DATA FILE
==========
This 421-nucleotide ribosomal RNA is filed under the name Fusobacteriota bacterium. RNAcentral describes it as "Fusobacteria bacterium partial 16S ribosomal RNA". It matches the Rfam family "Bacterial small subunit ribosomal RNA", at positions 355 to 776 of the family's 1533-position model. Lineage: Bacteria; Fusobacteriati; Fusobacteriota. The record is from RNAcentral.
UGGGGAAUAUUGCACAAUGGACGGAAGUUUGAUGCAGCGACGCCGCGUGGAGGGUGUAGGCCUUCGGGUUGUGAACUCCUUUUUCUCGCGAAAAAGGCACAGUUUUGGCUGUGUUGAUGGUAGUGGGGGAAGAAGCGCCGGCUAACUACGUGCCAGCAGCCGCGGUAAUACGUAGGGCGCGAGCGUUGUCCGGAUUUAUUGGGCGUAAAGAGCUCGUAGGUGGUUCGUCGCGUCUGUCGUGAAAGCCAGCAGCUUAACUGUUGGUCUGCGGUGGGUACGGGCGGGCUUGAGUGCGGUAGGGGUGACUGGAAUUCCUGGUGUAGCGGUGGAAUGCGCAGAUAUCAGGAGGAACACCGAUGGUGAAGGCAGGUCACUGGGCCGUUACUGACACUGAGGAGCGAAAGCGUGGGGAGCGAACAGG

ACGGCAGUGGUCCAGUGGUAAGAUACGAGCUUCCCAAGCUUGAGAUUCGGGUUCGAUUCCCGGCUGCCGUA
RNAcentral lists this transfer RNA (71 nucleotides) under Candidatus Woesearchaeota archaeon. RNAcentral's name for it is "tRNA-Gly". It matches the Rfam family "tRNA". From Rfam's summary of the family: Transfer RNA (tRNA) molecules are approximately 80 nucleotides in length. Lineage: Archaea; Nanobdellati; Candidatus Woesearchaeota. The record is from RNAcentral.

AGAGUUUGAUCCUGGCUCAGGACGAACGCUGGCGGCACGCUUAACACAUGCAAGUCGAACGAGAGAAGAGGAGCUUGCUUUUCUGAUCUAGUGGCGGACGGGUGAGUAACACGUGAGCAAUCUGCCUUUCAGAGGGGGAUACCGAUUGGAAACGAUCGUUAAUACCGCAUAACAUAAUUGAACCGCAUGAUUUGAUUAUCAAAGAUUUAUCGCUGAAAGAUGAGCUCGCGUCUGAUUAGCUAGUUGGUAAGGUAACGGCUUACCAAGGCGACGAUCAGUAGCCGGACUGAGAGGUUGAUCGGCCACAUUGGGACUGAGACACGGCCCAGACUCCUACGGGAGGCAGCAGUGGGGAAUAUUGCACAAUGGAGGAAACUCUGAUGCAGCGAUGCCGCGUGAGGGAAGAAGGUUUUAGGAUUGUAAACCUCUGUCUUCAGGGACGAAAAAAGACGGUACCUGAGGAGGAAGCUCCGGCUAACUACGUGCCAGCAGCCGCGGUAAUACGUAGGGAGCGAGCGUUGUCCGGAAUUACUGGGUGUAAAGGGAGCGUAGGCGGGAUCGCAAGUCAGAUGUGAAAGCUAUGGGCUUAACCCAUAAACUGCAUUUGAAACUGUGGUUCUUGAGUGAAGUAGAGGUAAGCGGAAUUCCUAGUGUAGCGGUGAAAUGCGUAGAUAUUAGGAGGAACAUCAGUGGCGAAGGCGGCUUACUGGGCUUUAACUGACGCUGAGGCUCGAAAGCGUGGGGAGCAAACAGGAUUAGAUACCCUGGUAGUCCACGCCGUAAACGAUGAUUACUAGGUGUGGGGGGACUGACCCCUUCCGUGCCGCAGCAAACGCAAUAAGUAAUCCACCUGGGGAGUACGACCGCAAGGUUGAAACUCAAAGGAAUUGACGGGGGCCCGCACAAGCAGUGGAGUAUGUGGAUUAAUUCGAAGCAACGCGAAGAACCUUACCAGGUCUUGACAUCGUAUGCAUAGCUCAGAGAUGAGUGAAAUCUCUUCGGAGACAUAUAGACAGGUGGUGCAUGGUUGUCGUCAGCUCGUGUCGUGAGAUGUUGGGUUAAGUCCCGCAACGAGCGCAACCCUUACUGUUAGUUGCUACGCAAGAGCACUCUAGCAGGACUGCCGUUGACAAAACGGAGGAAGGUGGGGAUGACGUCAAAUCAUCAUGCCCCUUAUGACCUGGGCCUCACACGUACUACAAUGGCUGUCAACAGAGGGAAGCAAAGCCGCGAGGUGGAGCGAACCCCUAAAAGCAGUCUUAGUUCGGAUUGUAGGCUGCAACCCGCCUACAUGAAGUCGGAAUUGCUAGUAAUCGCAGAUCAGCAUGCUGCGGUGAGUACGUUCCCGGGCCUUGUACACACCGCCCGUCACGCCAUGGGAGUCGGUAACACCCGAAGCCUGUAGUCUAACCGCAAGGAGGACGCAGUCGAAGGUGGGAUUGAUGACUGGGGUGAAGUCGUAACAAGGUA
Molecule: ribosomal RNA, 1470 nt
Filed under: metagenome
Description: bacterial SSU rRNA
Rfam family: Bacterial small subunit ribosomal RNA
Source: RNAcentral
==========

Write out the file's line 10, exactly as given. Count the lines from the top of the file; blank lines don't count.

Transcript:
Source: RNAcentral